VT utilities act: clean energy mandate law after Democrat veto override.

By Oliver Townsend Jun 17, 2024
Clean energy mandate for VT utilities becomes law after Democrats override veto.jpegOrginal image from: https://www.vermontpublic.org/local-news/2024-06-17/clean-energy-mandate-for-vt-utilities-becomes-law-after-democrats-override-veto

Recently, a significant energy policy was passed in Vermont, requiring utilities to source 100% of their energy from renewable sources by 2035. This legislation has generated both hope and concern among Vermonters, reflecting a divide in perspectives on climate change and energy costs. The tension surrounding this mandate highlights the complexities of balancing environmental goals with economic considerations.

Voices of Concern and Hope

Hannah Morgan and Alison Despathy, two Vermont mothers, embody the contrasting viewpoints surrounding the renewable energy standard. While Morgan sees this policy as a hopeful step towards addressing climate change for the sake of her children’s future, Despathy expresses worries about the potential financial burden it may place on Vermonters. Their perspectives shed light on the emotional and practical implications of this legislation.

The Legislative Decision

Despite Governor Phil Scott’s veto, Democratic lawmakers successfully overrode it, emphasizing the importance of transitioning to renewable energy sources to combat climate change. The mandate not only requires utilities to shift to renewables but also prioritizes in-state generation projects. Supporters argue that this move will protect ratepayers from fossil fuel price fluctuations and reduce emissions.

Cost Concerns and Alternative Proposals

One of the primary concerns raised by opponents of the renewable energy standard is its potential cost to Vermonters. Estimates vary, with projections suggesting an increase in monthly electric bills for households. Governor Scott proposed an alternative plan that would have achieved the same renewable energy goals but at a slower pace and with less emphasis on in-state generation. However, Democratic lawmakers rejected this proposal, citing a need for a comprehensive approach involving various stakeholders.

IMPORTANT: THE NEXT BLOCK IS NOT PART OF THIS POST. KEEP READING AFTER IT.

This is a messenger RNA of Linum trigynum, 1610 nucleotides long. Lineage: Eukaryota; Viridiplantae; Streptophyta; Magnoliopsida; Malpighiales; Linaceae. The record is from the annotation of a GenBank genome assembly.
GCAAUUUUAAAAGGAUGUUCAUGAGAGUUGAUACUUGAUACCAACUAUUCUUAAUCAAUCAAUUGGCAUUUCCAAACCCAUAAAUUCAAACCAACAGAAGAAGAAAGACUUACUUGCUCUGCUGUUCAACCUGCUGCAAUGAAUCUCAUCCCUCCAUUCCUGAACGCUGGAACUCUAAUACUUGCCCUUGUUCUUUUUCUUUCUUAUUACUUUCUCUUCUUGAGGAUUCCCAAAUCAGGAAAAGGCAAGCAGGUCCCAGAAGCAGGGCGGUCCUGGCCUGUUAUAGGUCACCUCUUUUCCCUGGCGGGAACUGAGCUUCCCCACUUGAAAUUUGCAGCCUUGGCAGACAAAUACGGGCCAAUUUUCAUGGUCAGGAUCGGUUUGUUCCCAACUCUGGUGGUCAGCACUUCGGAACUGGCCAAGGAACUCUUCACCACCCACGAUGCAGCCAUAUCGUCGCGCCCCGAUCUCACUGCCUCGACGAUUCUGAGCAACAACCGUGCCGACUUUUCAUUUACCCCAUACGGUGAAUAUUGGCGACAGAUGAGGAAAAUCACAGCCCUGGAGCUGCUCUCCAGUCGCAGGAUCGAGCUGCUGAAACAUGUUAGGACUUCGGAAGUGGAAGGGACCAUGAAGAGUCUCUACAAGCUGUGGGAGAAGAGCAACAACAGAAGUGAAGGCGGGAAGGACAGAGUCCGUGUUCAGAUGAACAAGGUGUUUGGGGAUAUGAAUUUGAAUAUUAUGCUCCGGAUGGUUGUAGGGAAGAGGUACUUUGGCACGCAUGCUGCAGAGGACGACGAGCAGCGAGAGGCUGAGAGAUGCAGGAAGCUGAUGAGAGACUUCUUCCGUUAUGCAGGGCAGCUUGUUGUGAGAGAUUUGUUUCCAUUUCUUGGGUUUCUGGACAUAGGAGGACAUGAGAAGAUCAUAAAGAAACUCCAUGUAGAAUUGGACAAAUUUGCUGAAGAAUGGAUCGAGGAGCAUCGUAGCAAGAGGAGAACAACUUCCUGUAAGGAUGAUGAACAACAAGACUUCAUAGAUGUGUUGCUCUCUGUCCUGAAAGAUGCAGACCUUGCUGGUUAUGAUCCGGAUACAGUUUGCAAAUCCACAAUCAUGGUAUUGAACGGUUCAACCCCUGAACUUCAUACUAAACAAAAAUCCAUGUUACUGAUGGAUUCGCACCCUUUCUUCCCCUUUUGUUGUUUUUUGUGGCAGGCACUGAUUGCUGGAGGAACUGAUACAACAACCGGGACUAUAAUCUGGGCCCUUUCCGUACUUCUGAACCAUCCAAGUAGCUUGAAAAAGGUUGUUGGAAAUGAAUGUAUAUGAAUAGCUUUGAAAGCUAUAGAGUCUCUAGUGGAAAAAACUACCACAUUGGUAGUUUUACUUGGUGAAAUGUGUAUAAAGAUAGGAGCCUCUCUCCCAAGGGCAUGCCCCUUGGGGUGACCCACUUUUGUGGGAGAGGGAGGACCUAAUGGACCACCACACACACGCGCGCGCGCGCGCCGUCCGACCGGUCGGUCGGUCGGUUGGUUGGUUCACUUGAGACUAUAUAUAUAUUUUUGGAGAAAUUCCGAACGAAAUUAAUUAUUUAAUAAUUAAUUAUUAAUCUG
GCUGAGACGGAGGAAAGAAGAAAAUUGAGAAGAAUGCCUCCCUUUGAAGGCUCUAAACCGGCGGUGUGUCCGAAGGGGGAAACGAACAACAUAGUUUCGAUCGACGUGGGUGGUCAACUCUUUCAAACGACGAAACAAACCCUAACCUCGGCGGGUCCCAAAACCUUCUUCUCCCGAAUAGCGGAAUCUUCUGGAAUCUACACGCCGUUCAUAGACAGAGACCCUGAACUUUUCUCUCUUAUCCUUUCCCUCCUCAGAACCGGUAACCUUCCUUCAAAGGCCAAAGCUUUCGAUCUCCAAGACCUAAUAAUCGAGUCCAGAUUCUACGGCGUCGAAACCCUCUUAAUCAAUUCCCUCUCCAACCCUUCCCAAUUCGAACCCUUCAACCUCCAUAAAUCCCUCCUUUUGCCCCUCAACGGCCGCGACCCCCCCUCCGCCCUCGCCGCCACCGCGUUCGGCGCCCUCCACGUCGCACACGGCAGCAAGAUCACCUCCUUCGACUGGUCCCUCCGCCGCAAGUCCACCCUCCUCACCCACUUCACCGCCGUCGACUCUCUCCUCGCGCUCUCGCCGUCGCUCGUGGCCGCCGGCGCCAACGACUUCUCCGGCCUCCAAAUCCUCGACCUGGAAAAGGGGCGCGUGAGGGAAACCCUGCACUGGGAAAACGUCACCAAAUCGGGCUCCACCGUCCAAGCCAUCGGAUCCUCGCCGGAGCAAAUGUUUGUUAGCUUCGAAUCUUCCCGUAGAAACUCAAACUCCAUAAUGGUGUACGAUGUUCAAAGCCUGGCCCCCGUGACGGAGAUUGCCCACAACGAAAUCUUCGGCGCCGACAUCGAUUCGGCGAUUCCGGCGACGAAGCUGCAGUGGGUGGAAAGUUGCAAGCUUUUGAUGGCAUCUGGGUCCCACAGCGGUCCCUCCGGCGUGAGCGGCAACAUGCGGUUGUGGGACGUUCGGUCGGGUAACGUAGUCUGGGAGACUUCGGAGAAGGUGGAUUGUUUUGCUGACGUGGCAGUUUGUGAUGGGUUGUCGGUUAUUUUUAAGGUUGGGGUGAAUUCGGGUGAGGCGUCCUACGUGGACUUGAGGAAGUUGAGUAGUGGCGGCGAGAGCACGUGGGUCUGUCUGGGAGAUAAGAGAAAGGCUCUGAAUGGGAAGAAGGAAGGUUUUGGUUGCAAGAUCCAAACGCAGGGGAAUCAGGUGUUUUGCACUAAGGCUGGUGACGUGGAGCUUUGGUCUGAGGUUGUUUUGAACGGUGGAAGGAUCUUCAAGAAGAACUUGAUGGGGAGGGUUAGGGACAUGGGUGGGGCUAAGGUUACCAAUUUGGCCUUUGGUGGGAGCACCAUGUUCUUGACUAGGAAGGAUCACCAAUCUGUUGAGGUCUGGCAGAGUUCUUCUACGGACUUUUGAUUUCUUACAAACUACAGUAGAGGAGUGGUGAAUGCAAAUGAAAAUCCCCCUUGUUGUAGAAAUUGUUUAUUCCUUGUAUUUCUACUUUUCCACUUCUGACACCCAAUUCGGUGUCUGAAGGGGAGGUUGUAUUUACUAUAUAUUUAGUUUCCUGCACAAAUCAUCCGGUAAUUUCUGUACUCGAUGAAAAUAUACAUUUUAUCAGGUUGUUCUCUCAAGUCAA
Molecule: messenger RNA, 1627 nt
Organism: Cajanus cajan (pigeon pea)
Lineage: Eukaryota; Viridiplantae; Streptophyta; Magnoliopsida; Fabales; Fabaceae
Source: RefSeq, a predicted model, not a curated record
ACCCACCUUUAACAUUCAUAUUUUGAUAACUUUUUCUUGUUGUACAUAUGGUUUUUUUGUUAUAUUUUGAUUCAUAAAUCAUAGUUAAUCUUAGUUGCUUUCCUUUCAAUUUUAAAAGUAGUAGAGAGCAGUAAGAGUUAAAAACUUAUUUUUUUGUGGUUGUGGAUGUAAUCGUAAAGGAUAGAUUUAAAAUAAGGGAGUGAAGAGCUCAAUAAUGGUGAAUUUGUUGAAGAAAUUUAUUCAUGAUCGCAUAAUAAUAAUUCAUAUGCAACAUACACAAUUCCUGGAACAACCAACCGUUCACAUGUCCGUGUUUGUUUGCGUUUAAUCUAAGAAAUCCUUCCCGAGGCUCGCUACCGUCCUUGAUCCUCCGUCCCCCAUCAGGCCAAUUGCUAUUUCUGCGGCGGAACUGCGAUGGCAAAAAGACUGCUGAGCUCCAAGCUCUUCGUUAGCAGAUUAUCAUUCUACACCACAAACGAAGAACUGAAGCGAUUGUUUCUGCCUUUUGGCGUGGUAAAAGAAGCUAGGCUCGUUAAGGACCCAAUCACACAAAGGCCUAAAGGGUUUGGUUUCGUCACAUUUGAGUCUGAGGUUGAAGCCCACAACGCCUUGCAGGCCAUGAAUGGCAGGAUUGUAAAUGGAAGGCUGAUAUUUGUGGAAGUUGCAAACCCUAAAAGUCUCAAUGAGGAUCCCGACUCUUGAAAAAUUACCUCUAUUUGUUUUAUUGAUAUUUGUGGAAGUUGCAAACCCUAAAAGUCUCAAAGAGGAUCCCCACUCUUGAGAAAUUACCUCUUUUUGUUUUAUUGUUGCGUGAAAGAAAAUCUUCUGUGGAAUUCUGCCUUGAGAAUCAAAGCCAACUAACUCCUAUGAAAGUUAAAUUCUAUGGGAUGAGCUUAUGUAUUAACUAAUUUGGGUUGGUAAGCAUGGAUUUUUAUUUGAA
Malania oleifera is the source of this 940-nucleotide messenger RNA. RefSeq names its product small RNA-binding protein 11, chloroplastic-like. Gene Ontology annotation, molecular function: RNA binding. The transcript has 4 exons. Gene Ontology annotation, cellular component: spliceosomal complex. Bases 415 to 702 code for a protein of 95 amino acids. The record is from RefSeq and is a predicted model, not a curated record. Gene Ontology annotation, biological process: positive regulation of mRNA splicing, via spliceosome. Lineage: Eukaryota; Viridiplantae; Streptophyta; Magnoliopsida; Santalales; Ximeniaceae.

Implications for Vermonters

Granby Representative Terri Lynn Williams, who voted to sustain the governor’s veto, expressed deep concerns about the financial implications of the renewable energy standard on low-income Vermonters. She highlighted the challenges faced by residents who are struggling to afford living in the state amidst rising costs. The debate over this policy reflects broader issues of affordability and sustainability that are crucial for Vermont’s future.


The passage of the clean energy mandate in Vermont represents a significant step towards a more sustainable energy future. While the policy aims to address environmental concerns and reduce reliance on fossil fuels, it also raises valid questions about affordability and economic impact. Moving forward, a balance must be struck between achieving environmental goals and ensuring that Vermonters can afford essential utilities.

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